The 15-person staff of Cahiers du Cinéma (including editor-in-chief Stéphane Delorme) has resigned after the publication’s sale to a group of film producers (including A Prophet producer Pascal Caucheteu) and tech-finance philistines.

The issue was over editorial purity. The staffers claimed that the new owners would “create a conflict of interest for a critical publication…whatever articles are published, there would be a suspicion of interference.”

The staffers were also dismayed about the new owners wanting to turn the nearly 70-year-old publication “into a more relaxed and fashionable read.”

Launched in 1951 and renowned as the spiritual birthplace of the French nouvelle vague, Cahiers du Cinema has lasted longer than any other devotional film-dweeb publication. Its closest American counterpart, Film Comment, is approaching its 50th anniversary, having begun publishing in ’72.

Nobody wants to see Cahiers du Cinema slip beneath the waves, but aside from the venerable The New Yorker, which has been publishing for 95 years, all legendary magazines give up the ghost sooner or later. Times and attitudes change, etc.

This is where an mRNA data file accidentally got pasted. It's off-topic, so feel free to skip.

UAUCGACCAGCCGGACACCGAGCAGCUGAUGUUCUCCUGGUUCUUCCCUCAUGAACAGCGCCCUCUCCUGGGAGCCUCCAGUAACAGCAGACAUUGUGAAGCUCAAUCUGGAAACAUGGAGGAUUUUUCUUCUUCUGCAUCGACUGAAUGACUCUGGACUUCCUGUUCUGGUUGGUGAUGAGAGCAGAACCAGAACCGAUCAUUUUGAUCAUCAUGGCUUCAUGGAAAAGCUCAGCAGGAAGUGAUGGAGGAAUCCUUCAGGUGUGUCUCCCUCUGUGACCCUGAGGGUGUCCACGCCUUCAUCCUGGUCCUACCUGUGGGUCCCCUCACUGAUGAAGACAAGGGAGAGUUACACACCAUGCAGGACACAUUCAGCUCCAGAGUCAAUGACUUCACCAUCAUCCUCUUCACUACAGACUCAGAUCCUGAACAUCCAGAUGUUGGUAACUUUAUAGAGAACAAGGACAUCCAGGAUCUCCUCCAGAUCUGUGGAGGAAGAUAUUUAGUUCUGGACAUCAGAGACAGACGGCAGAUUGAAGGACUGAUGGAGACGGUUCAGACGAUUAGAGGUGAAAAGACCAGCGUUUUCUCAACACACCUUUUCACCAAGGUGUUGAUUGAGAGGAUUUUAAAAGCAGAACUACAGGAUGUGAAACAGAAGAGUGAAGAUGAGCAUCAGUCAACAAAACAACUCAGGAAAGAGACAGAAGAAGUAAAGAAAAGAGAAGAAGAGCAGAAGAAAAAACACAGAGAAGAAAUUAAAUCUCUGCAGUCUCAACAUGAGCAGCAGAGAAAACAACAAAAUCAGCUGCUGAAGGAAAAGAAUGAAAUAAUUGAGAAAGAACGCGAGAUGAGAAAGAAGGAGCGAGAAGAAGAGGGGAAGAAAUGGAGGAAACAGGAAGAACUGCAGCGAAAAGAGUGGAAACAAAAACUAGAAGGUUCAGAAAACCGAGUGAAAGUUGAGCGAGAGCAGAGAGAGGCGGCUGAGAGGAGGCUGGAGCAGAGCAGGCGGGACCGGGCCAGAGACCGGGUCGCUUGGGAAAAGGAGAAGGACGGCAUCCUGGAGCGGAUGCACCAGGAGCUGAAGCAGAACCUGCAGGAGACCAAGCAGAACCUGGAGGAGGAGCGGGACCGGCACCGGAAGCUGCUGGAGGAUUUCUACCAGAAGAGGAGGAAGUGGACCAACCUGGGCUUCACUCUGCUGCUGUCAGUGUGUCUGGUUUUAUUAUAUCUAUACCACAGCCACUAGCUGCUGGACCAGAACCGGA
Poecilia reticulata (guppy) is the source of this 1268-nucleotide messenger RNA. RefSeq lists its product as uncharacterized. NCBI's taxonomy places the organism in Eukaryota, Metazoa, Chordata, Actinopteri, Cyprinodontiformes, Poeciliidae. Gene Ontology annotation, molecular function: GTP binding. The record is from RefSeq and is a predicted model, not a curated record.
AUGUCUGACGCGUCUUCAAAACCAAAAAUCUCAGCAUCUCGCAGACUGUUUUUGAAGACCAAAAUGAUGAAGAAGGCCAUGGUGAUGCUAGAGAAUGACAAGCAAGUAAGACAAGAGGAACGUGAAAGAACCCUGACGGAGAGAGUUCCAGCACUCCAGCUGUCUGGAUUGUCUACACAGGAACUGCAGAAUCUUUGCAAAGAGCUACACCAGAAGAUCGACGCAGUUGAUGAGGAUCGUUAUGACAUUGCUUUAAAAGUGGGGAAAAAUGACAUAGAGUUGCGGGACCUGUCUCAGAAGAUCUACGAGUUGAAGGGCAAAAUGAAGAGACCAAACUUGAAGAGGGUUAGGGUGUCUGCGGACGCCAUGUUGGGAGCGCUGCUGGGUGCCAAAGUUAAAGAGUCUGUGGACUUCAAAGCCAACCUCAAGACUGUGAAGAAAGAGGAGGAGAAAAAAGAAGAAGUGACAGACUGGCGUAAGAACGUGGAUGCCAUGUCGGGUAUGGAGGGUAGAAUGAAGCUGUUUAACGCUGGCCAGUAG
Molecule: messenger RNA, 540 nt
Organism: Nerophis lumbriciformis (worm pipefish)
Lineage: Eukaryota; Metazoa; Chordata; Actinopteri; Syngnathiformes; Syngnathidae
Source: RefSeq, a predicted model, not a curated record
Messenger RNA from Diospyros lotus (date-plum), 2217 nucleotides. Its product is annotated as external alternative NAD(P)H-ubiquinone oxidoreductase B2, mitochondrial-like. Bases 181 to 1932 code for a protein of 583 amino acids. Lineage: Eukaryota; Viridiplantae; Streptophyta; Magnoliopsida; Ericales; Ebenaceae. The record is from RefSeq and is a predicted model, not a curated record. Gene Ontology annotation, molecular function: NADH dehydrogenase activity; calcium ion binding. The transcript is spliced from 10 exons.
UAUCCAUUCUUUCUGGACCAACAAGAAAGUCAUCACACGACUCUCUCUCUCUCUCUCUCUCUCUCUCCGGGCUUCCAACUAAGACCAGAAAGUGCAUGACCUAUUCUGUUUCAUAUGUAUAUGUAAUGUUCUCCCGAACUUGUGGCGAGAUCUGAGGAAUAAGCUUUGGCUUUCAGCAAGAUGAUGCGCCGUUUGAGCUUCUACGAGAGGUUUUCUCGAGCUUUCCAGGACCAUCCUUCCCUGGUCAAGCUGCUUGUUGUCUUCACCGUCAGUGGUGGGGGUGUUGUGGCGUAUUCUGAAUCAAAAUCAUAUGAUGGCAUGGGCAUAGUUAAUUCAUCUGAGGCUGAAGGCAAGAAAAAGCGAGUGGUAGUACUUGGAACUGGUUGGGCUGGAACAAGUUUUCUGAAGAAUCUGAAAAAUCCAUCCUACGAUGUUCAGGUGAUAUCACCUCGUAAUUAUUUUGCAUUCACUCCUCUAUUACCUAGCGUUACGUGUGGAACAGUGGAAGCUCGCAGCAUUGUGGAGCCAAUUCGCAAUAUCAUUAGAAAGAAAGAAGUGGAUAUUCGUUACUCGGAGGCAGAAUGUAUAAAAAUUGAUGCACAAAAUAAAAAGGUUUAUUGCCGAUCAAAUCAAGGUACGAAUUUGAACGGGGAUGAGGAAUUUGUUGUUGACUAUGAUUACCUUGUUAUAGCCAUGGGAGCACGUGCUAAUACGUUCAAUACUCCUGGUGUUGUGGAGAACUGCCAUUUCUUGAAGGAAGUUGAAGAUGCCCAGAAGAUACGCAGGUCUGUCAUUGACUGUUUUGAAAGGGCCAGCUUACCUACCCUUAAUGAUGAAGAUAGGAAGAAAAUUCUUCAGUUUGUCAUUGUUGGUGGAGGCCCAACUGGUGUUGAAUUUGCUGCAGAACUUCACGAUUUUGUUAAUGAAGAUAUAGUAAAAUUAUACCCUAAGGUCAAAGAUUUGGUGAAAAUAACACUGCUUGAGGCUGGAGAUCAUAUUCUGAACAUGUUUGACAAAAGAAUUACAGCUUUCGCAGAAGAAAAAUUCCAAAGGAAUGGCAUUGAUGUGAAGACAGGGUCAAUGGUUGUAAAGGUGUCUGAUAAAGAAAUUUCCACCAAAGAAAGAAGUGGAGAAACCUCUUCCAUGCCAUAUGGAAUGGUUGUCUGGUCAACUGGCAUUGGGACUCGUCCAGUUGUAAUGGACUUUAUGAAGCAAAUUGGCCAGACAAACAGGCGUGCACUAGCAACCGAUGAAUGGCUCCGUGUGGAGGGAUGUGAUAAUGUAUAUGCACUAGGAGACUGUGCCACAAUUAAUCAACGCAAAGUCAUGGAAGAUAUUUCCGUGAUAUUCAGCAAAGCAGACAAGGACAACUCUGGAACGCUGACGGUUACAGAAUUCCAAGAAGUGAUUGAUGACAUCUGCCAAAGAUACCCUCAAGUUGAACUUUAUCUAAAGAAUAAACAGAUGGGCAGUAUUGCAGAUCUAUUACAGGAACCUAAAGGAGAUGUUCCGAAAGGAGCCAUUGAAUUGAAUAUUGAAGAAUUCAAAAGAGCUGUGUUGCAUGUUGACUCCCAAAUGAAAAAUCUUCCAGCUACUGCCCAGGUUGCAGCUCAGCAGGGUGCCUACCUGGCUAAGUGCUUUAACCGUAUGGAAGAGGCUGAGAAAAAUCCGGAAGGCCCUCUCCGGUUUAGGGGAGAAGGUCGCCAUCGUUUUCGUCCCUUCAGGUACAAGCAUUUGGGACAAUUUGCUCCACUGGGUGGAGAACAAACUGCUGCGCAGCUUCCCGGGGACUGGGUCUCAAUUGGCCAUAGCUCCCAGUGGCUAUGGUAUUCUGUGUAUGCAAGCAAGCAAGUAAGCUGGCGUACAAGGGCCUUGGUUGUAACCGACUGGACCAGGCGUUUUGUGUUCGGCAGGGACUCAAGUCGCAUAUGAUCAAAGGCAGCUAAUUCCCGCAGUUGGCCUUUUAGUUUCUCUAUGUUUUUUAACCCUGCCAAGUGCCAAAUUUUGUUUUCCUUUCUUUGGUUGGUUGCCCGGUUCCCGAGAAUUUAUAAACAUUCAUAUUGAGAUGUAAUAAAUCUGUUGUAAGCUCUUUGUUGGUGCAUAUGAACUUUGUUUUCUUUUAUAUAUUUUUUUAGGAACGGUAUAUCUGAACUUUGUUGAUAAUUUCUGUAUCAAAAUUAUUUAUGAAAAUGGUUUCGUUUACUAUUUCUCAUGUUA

The first version of Vanity Fair ran from 1913 to 1936 — 33 years. Collier’s lasted 69 years, from 1888 to 1957. The Henry Luce version of Life published between 1936 and ’72. Look ran from ’37 to ’71.

Hasn’t Cahiers du Cinema (which launched an online version in ’07) been losing money for a fairly long time? You’d think there’d be some way for it to at least break even.

And how pure was it before this latest rupture? Ten years ago a Guardian piece by Phillip French ran a quote by Emilie Bickerton, author of “A Short History of Cahiers du Cinema,” that the publication was “limping on…as another banal mouthpiece of the spectacle.”